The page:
Tuesday, December 8, 2009

Why Copenhagen May Be a Disaster

Let me be blunt about what amazes me when it comes to global warming.  In the U.S., it's largely an issue for Democrats, "progressives," liberals, the left, and I simply don't get that.  Never have.  If the word "conservative" means anything, the key to it must be that word at its heart, "conserve"; that is, the keeping or not squandering of what already is, especially what's most valuable. 

And for us humans, what's better than our planet?  It's the only home we've got and -- though I was one of those 1950s boys who read H.G. Wells and Isaac Asimov, as well as plenty of pulp sci-fi, and spent too much time dreaming about other planets and the stars -- probably the only one we'll ever have.  For us, there is nowhere else.  Wreck it and you wreck us. 

Don't think for a minute that global warming will destroy planet Earth.  It's already made it through worse moments than ours, and worse climate conditions than industrial civilization has to offer.  Planet Earth has no sense of time.  Give it 10 million, 20 million, 100 million years, and it will reconstitute itself in some fashion and spin on, life included, until our sun gives out.  But the way things are going, we may not do so well. 

The Soviet Union, that "evil empire," fell after only 70 years, to everyone's amazement.  Barely the span of human life.  If we -- or at least our various civilizations -- were to disappear in the coming century or so, after only a few thousand years on this planet, it would be no less short, no less amazing, no less unexpected.  But it's possible.  That anyone doubts the existence of global warming as a threat to our existence seems no less amazing to me.  That, at this crucial moment, on the eve of a gathering of the world's nations in Copenhagen to try to pound out some kind of agreement for the abatement of greenhouse gases, opinion polls show Americans actually losing interest in global warming, or even in the belief that it's happening at all, is depressing indeed.  (Only 35% of Americans, according to a recent Pew poll, for example, think global warming is a "very serious problem," a drop of nine points in six months.)  To find "conservatives" obsessed over the fact that climate-change scientists turn out to be frustrated, careerist, even mean-spirited, and willing to simplify or fiddle with their complex figures to deal with opponents they consider dangerous idiots ("Climate-gate") is simply to meet human nature, not a conspiracy of monumental proportions. 

The most recent information is clear enough.  The world is changing, and not for the better.  According to Elizabeth Kolbert, possibly the best journalist now reporting on climate change (writing at Yale University's splendid Environment 360 website), a new report by leading climate scientists, released on the eve of the Copenhagen meeting, reflects surprise at how much more quickly the planet is proceeding toward various "tipping points" than previously expected.  The report, she writes, "points to dramatic declines in Arctic sea ice, recent measurements that show a large net loss of ice from both Greenland and Antarctica, and the relatively rapid rise in global sea levels -- 3.4 millimeters per year -- as particular reasons for concern. Sea-level rise this century, it states, 'is likely to be at least twice as large' as predicted by the most recent IPCC report, issued in 2007, with an upper limit of roughly two meters."  This, believe me, is not good news.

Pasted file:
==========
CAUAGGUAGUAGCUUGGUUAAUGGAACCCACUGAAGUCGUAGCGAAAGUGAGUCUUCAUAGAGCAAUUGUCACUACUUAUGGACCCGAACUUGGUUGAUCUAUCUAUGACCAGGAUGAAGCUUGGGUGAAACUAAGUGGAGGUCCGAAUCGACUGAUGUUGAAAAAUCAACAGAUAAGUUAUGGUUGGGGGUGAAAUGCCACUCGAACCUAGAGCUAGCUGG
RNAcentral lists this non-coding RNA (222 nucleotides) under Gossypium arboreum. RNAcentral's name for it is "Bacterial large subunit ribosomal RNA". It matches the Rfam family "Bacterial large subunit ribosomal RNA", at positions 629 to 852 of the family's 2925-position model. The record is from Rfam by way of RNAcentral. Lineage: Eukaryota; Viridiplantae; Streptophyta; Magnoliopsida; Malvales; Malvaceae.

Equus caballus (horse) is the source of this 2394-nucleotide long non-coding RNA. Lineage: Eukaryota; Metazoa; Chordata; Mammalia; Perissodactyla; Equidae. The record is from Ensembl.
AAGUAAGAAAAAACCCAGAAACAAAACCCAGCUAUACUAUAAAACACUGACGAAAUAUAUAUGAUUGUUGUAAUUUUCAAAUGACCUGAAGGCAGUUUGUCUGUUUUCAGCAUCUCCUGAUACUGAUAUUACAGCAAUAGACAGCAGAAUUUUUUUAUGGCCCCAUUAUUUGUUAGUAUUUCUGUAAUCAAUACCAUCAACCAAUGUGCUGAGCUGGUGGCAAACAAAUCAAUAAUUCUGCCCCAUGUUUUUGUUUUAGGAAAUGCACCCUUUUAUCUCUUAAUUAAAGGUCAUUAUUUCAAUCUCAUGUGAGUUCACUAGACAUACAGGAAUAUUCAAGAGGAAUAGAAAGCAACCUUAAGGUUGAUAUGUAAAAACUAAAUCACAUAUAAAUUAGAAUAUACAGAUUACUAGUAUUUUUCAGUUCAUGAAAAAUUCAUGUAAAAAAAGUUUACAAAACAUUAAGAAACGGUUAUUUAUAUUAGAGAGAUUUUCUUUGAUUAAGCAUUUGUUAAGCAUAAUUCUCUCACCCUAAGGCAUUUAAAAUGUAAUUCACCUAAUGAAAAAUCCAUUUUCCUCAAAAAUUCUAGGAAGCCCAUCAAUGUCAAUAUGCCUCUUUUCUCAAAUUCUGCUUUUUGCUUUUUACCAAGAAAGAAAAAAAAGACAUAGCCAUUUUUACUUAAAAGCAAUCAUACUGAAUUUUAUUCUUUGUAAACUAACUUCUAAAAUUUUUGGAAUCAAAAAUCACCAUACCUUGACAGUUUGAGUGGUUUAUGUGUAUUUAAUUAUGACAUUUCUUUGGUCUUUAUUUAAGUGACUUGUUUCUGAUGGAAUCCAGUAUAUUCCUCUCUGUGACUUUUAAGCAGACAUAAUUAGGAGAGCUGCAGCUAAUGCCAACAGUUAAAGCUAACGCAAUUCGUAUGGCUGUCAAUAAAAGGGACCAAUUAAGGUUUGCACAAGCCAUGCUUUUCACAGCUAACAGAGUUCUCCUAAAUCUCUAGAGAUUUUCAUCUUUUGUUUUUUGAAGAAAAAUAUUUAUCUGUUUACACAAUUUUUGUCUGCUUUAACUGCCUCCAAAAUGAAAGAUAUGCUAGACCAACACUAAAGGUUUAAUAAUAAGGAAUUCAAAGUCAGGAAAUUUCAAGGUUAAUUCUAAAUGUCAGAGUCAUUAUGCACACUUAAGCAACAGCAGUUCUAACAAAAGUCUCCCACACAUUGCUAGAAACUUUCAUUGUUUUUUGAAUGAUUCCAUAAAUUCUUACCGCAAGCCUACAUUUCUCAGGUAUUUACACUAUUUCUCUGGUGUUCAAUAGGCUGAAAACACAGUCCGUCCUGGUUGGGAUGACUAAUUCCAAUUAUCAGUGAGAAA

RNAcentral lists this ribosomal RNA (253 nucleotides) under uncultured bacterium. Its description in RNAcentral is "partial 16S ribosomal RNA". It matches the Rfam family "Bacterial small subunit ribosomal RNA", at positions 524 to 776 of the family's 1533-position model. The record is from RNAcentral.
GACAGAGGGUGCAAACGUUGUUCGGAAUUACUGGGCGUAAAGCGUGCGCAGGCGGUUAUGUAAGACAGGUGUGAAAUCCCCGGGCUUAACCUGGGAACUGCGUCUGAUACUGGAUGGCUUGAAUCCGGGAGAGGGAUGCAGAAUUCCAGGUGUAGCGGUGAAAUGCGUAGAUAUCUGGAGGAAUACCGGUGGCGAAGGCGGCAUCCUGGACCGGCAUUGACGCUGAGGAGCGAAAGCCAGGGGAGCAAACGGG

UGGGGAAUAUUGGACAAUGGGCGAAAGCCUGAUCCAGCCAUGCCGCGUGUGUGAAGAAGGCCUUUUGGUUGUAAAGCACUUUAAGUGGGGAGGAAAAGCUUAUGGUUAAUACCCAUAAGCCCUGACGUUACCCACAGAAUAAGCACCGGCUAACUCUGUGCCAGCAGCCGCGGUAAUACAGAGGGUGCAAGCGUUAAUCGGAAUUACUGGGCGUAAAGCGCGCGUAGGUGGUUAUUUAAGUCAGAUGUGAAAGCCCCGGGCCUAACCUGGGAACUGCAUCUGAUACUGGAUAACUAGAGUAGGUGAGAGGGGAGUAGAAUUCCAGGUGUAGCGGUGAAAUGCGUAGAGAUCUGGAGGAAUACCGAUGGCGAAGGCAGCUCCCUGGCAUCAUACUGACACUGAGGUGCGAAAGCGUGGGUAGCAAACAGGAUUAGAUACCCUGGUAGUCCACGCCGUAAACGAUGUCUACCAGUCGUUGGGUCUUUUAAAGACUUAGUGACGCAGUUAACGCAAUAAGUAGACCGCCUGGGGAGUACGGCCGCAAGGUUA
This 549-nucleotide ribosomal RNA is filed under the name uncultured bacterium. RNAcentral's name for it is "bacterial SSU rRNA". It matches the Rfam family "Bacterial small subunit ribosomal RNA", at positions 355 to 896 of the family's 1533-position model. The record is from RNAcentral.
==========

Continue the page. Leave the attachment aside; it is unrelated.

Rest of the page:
Bill McKibben, founder of 350.org and TomDispatch regular, explains just why conservatives and everyone else around should board the global-warming express, and pull hard on the brake cord before it's too late.  You can, by the way, catch a TomDispatch audio interview with McKibben on President Obama and climate-change politics in the U.S. by clicking here. Tom

The Physics of Copenhagen
Why Politics-As-Usual May Mean the End of Civilization
By Bill McKibben

Most political arguments don't really have a right and a wrong, no matter how passionately they're argued. They're about human preferences -- for more health care or lower taxes, for a war to secure some particular end or a peace that leaves some danger intact.  On occasion, there are clear-cut moral issues: the rights of minorities or women to a full share in public life, say; but usually even those of us most passionate about human affairs recognize that we're on one side of a debate, that there are legitimate arguments to the contrary (endless deficits, coat-hanger abortions, a resurgent al-Qaeda). We need people taking strong positions to move issues forward, which is why I'm always ready to carry a placard or sign a petition, but most of us also realize that, sooner or later, we have to come to some sort of compromise.

That's why standard political operating procedure is to move slowly, taking matters in small bites instead of big gulps. That's why, from the very beginning, we seemed unlikely to take what I thought was the correct course for our health-care system:  a single-payer model like the rest of the world. It was too much change for the country to digest.  That's undoubtedly part of the reason why almost nobody who ran for president supported it, and those who did went nowhere.


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